And it’s that lack of discipline that really irked Boudreau.

“The penalties we take sometimes are just so selfish,” he lamented. “And so dumb.”

Disallowed goal ‘probably the turning point’ for Isles in wild win over Panthers

New York Islanders defenseman Thomas Hickey (14) is congratulated by New York Islanders defenseman Travis Hamonic (3) after scoring the game-winning goal during overtime in Game 3 of an NHL hockey first-round Stanley Cup playoff series against the Florida Panthers, Sunday, April 17, 2016, in New York. The Islanders defeated the Panthers 4-3 in overtime. (AP Photo/Adam Hunger)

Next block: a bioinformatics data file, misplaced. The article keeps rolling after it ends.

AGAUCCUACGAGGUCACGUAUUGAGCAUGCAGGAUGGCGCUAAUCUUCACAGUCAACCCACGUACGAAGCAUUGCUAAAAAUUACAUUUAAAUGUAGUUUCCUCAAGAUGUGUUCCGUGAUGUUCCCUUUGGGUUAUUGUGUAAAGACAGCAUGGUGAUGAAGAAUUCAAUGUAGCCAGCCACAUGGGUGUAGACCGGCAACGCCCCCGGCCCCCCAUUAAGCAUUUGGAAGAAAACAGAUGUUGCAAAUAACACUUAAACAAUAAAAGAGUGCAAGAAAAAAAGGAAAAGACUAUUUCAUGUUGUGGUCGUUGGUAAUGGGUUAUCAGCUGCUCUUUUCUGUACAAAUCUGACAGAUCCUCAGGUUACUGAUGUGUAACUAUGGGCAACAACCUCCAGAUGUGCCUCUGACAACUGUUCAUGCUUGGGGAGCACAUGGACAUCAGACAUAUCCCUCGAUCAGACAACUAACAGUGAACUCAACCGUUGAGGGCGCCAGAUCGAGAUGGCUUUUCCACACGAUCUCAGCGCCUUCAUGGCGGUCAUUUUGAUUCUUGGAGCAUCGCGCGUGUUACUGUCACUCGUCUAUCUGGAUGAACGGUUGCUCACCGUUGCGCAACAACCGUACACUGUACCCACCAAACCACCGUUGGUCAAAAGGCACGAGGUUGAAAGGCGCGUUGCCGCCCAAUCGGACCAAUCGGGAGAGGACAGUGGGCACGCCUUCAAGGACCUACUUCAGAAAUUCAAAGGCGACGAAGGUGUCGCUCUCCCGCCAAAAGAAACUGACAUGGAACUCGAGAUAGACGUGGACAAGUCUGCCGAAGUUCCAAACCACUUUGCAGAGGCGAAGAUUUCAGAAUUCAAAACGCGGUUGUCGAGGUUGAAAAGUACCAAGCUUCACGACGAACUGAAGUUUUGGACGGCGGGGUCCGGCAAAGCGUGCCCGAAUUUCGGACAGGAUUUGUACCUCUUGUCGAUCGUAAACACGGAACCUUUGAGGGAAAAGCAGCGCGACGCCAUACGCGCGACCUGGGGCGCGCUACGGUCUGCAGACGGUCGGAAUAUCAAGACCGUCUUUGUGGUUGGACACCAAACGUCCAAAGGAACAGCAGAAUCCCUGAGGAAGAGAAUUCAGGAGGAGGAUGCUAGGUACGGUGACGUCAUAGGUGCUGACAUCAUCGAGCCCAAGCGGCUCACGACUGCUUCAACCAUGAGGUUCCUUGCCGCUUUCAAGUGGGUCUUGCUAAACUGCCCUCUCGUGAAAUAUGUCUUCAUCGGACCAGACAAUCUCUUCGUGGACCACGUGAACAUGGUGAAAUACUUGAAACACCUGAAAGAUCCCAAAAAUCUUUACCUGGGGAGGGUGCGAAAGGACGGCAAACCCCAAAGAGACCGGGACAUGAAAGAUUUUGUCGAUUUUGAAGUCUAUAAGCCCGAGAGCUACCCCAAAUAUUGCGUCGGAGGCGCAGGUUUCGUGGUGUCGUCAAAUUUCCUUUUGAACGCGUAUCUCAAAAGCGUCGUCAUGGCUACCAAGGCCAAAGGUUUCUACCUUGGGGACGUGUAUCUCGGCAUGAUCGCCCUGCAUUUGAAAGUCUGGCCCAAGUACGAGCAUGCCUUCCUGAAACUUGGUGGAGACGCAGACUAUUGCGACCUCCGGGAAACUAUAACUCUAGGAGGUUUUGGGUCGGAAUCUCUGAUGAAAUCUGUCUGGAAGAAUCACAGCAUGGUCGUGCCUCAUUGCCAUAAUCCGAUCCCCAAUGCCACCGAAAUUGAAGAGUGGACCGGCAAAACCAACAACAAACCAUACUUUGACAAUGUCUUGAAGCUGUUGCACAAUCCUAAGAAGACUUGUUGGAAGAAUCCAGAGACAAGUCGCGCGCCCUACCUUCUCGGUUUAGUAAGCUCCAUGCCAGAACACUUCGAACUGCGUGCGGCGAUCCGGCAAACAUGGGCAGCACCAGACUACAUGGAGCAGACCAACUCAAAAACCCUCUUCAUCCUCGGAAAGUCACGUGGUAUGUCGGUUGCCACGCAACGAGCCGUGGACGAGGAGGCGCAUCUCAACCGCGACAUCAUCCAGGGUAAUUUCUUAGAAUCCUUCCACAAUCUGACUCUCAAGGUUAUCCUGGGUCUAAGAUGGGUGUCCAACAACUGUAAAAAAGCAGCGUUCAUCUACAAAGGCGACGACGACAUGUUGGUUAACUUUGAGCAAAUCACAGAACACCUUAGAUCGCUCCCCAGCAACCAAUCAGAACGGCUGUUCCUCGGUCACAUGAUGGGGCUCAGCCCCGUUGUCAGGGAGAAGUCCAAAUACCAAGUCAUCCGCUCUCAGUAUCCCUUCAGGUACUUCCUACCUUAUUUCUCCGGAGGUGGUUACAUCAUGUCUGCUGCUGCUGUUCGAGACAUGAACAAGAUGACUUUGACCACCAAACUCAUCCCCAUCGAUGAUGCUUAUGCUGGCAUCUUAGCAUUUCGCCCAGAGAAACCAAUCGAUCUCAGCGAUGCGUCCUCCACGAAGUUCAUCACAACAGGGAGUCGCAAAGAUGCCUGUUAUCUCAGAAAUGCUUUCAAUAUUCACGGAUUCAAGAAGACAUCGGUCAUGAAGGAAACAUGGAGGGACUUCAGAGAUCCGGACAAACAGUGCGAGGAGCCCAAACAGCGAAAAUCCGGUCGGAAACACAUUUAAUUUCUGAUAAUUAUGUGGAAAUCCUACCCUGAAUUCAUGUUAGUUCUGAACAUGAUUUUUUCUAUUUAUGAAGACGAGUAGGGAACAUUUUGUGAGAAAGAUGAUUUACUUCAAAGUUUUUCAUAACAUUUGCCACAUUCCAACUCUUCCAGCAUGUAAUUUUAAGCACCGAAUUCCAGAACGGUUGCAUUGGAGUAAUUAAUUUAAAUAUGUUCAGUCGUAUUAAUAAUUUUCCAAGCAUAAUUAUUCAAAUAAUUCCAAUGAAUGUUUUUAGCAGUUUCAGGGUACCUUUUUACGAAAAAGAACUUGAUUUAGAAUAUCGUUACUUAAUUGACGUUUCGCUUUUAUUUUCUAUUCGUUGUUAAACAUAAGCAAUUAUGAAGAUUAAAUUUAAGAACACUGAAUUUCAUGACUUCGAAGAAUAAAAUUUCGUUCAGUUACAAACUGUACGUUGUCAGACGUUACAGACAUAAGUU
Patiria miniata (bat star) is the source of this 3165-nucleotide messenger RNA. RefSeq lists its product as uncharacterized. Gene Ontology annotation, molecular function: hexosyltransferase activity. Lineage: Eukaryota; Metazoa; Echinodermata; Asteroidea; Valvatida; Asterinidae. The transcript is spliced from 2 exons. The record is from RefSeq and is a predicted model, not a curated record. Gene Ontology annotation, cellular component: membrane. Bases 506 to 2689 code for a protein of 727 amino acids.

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Usually, it’s the players that decide playoff games.

But in the new-look Stanley Cup playoffs, coaches are having a bigger influence than ever.

Another coach’s challenge resulted in a huge momentum swing on Sunday night in Brooklyn, as Isles head coach Jack Capuano successfully overturned a Florida goal, correctly judging that Jonathan Huberdeau was offside prior to Aaron Ekblad‘s second period marker.

“There’s so much talk about that offside rule, but that was an incredible boost,” Thomas Hickey said, per Yahoo. “You could feel it in the building when they called ‘no goal’ and I think it gave us extra life.”

Hickey, who scored the eventual game-winner in a wild OT affair, might have a point. Ekblad’s goal would’ve made the score 3-0, a massive hole for the Isles. Instead, the Brooklynites found themselves down just two goals — and, moments after the successful challenge, Ryan Pulock scored his first of the playoffs to cut the lead to 2-1.